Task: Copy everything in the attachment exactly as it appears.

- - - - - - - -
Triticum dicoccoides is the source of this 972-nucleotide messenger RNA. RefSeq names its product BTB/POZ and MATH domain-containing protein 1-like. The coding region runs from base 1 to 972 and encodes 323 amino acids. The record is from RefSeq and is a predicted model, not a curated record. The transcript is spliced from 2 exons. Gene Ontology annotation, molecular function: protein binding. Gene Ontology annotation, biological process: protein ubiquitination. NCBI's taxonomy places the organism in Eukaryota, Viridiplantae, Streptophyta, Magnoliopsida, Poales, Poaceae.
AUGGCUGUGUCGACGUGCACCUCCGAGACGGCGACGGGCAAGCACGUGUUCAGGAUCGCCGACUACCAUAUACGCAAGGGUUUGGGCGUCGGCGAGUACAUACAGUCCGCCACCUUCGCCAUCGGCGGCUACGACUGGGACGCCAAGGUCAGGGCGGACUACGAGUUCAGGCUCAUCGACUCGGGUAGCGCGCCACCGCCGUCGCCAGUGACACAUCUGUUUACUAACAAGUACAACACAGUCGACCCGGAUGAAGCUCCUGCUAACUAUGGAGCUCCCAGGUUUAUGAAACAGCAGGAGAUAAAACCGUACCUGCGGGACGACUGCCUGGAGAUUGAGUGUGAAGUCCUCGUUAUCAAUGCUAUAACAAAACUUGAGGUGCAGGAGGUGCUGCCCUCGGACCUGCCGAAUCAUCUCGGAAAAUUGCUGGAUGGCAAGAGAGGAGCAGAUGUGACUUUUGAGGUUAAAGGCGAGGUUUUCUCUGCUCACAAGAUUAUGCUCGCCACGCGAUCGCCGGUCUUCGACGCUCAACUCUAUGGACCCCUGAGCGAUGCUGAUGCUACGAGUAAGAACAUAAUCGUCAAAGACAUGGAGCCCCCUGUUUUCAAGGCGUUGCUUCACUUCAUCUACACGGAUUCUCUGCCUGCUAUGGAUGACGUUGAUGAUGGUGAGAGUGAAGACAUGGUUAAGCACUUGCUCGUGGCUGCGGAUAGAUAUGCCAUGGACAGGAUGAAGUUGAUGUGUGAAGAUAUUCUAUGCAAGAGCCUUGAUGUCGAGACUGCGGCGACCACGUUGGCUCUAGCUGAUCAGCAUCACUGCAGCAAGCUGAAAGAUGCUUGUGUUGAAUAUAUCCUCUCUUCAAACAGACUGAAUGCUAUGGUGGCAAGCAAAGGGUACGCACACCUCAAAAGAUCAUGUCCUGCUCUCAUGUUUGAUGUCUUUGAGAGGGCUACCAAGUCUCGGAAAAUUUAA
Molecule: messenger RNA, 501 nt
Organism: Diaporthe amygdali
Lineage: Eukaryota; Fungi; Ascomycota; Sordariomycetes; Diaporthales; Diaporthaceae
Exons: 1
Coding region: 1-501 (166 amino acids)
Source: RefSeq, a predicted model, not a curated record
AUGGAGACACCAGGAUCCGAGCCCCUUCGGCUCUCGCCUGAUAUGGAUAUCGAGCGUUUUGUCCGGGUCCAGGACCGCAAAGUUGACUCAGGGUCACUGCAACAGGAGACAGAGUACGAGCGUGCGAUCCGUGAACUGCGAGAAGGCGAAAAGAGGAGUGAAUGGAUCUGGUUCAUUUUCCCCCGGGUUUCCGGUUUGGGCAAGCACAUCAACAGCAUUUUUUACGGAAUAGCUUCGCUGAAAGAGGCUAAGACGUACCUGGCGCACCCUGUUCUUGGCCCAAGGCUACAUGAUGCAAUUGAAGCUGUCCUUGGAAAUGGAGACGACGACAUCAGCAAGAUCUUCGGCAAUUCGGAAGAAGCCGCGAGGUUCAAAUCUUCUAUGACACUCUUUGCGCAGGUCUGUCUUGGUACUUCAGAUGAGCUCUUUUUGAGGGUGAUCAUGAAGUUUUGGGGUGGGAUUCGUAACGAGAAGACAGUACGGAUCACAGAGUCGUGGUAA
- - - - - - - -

Triticum dicoccoides is the source of this 972-nucleotide messenger RNA. RefSeq names its product BTB/POZ and MATH domain-containing protein 1-like. The coding region runs from base 1 to 972 and encodes 323 amino acids. The record is from RefSeq and is a predicted model, not a curated record. The transcript is spliced from 2 exons. Gene Ontology annotation, molecular function: protein binding. Gene Ontology annotation, biological process: protein ubiquitination. NCBI's taxonomy places the organism in Eukaryota, Viridiplantae, Streptophyta, Magnoliopsida, Poales, Poaceae.
AUGGCUGUGUCGACGUGCACCUCCGAGACGGCGACGGGCAAGCACGUGUUCAGGAUCGCCGACUACCAUAUACGCAAGGGUUUGGGCGUCGGCGAGUACAUACAGUCCGCCACCUUCGCCAUCGGCGGCUACGACUGGGACGCCAAGGUCAGGGCGGACUACGAGUUCAGGCUCAUCGACUCGGGUAGCGCGCCACCGCCGUCGCCAGUGACACAUCUGUUUACUAACAAGUACAACACAGUCGACCCGGAUGAAGCUCCUGCUAACUAUGGAGCUCCCAGGUUUAUGAAACAGCAGGAGAUAAAACCGUACCUGCGGGACGACUGCCUGGAGAUUGAGUGUGAAGUCCUCGUUAUCAAUGCUAUAACAAAACUUGAGGUGCAGGAGGUGCUGCCCUCGGACCUGCCGAAUCAUCUCGGAAAAUUGCUGGAUGGCAAGAGAGGAGCAGAUGUGACUUUUGAGGUUAAAGGCGAGGUUUUCUCUGCUCACAAGAUUAUGCUCGCCACGCGAUCGCCGGUCUUCGACGCUCAACUCUAUGGACCCCUGAGCGAUGCUGAUGCUACGAGUAAGAACAUAAUCGUCAAAGACAUGGAGCCCCCUGUUUUCAAGGCGUUGCUUCACUUCAUCUACACGGAUUCUCUGCCUGCUAUGGAUGACGUUGAUGAUGGUGAGAGUGAAGACAUGGUUAAGCACUUGCUCGUGGCUGCGGAUAGAUAUGCCAUGGACAGGAUGAAGUUGAUGUGUGAAGAUAUUCUAUGCAAGAGCCUUGAUGUCGAGACUGCGGCGACCACGUUGGCUCUAGCUGAUCAGCAUCACUGCAGCAAGCUGAAAGAUGCUUGUGUUGAAUAUAUCCUCUCUUCAAACAGACUGAAUGCUAUGGUGGCAAGCAAAGGGUACGCACACCUCAAAAGAUCAUGUCCUGCUCUCAUGUUUGAUGUCUUUGAGAGGGCUACCAAGUCUCGGAAAAUUUAA
Molecule: messenger RNA, 501 nt
Organism: Diaporthe amygdali
Lineage: Eukaryota; Fungi; Ascomycota; Sordariomycetes; Diaporthales; Diaporthaceae
Exons: 1
Coding region: 1-501 (166 amino acids)
Source: RefSeq, a predicted model, not a curated record
AUGGAGACACCAGGAUCCGAGCCCCUUCGGCUCUCGCCUGAUAUGGAUAUCGAGCGUUUUGUCCGGGUCCAGGACCGCAAAGUUGACUCAGGGUCACUGCAACAGGAGACAGAGUACGAGCGUGCGAUCCGUGAACUGCGAGAAGGCGAAAAGAGGAGUGAAUGGAUCUGGUUCAUUUUCCCCCGGGUUUCCGGUUUGGGCAAGCACAUCAACAGCAUUUUUUACGGAAUAGCUUCGCUGAAAGAGGCUAAGACGUACCUGGCGCACCCUGUUCUUGGCCCAAGGCUACAUGAUGCAAUUGAAGCUGUCCUUGGAAAUGGAGACGACGACAUCAGCAAGAUCUUCGGCAAUUCGGAAGAAGCCGCGAGGUUCAAAUCUUCUAUGACACUCUUUGCGCAGGUCUGUCUUGGUACUUCAGAUGAGCUCUUUUUGAGGGUGAUCAUGAAGUUUUGGGGUGGGAUUCGUAACGAGAAGACAGUACGGAUCACAGAGUCGUGGUAA